THE SEWING DIVAS sewing, design, fashion

July 29, 2008

Pants pattern alteration

Filed under: Fit/Pattern Alterations,Tutorials — Els @ 1:22 pm
Tags:

Alterations pants pattern for athletic or full ( aka heavy) thighs front side only.

Since a lot of women develop heavy front thighs due to sport activities like swimming, running etc. which cause the front pants legs to be too snug at the upper thighs.

 Adding wide to the front pants pattern can help to achieve a better fit.

 Measure your thighs at 2 inches below the crotch, next measure the pants pattern front and back at the same height 2 inches below the crotch the total width of your pattern must be your thighs width + 2-3 inches ( 5-7,5 cm)

For example, if your patternwidth is 1 inch short in width you can add that amount at the front pattern.
If your pants pattern has a crease line you can start from there , if your pattern doesn’t  have a crease line, draw one see step 1 at the diagram.

 

 

Draw a horizontal line at the front pattern, 1 inch below the crotch line from side seam to inner leg seam.
Measure the space between this new line till knee height and divide this in 2 and draw a horizontal line halfway.

Cut the front crease line from the waistline towards the knee and cut open the 3 new horizontal lines. See step 2

Add a piece of paper under the slashed pattern and spread the pattern parts like the example diagram see Step 3
Draw a new crease line from the knee up to the waist, add at both sides of the new crease line ½ inch at upper thigh .The side seams inner and outer leg are now spread for about 1/8 -1/4 inch. You can ease in those inches (1/8 till ¼ inch) so the front side seam fits the backside seam again.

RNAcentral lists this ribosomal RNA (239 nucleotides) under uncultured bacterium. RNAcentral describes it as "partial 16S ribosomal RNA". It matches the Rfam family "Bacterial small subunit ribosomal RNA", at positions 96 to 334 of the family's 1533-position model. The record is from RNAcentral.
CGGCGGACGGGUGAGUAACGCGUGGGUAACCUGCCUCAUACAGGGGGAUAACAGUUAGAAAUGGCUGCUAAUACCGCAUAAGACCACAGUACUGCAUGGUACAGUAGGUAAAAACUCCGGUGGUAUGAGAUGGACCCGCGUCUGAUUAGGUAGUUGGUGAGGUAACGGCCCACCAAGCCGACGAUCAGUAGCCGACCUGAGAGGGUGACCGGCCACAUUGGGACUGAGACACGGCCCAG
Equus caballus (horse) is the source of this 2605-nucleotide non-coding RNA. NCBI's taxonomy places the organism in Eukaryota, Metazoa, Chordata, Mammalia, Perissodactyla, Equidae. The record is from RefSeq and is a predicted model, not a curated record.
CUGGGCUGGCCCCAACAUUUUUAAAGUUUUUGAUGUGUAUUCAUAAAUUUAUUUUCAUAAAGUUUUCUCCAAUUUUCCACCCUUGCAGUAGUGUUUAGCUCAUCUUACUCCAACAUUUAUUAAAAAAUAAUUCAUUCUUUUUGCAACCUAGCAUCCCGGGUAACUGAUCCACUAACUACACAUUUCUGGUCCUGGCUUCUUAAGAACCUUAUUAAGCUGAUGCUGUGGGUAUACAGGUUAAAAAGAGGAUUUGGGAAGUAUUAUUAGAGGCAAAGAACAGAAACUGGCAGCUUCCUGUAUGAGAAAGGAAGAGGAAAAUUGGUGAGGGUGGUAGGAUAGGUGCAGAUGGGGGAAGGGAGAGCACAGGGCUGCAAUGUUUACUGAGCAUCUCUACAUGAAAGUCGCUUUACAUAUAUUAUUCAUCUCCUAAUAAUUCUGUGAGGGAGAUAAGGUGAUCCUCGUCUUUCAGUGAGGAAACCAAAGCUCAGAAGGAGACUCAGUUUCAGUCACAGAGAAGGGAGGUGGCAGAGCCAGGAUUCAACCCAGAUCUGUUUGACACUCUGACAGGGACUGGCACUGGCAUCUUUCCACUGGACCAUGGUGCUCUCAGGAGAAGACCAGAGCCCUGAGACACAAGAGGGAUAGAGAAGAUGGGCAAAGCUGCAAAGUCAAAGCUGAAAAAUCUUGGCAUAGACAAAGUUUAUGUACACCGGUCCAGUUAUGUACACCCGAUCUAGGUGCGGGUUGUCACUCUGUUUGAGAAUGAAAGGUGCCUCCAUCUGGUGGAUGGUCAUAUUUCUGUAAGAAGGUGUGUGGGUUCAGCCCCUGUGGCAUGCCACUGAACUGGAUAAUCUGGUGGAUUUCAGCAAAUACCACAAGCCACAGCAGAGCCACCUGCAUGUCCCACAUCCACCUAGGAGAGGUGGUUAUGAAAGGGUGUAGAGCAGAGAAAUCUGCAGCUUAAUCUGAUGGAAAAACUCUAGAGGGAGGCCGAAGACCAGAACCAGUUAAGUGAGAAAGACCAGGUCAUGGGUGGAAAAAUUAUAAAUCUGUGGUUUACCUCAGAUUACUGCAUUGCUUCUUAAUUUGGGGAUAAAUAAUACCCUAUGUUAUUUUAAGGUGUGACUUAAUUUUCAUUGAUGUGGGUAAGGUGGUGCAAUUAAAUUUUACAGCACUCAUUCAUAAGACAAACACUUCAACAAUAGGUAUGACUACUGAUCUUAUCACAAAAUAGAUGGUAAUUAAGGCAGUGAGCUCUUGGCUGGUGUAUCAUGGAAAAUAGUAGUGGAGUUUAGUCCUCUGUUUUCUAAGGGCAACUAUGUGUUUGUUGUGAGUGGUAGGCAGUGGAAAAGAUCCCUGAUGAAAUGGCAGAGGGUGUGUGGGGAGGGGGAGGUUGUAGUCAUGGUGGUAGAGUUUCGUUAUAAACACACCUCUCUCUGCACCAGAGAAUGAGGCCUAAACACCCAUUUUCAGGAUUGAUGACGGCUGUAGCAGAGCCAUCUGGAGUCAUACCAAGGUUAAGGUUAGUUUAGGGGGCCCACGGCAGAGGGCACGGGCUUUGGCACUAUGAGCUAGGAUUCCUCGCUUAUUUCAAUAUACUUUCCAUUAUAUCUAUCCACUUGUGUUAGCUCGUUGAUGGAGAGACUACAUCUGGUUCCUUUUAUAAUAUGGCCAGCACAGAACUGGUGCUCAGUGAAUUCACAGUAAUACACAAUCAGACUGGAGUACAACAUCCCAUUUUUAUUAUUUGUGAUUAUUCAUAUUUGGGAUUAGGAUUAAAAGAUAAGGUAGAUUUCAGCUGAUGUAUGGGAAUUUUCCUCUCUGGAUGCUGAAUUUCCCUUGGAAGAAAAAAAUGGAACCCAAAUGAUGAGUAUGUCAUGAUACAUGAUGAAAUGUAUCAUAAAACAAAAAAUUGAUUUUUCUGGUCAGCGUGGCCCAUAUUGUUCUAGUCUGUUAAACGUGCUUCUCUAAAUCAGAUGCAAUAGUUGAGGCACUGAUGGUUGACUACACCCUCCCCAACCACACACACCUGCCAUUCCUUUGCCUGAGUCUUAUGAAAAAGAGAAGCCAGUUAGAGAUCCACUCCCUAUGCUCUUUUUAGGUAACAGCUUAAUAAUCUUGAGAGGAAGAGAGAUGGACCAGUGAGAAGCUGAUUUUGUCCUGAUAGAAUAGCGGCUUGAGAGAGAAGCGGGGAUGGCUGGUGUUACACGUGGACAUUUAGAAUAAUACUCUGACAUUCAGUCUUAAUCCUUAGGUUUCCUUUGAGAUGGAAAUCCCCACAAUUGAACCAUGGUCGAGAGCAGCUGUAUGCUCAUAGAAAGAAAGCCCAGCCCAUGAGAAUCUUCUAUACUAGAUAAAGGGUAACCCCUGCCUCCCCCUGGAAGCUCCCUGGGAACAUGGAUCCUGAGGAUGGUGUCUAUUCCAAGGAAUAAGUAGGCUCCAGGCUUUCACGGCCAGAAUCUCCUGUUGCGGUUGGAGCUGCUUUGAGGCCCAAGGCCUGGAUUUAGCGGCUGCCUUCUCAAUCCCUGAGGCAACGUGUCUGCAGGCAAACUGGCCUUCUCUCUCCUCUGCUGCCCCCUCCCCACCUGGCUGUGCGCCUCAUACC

If your front pattern needs more than 1 inch then I would suggest to use a larger size pattern because otherwise the space at inseam and side seam lines are increasing too much and easing in will not be possible anymore.

July 25, 2008

New Look 6648 neckline

Filed under: Gigi,Tutorials — Gigi @ 4:38 pm

Jan was wondering how to narrow the neckline of this (or any) top so I thought I’d just post a quick photo showing how it’s done. The heavy green line is the original neckline. I do not recommend using markers for your pattern work (messy and the lines are too fat) but the pencil lines wouldn’t show up. It’s a little wonky because I traced over the original line freehand just so you could see it. You can see from my notes on the pattern that I brought the neckline in 1″ at the shoulders and raised it 1/2″ at the center front (I had previously lowered it 1.5″ at the center front). The other line you see on the pattern is my facing line. If I plan on using this pattern often I will retrace it onto manila paper. Whenever I retrace or transfer a pattern I always make a note of all adjustments made to the pattern for future reference – usually just numbers and arrows.

neckline

Then I used my mini French curve to redraw the neckline and repeat the process on the back. I do have the regular Fairgate French curve but the mini curve is so handy for necklines. I have no idea where to buy these, my friend Cynthia bought this one for me in NYC.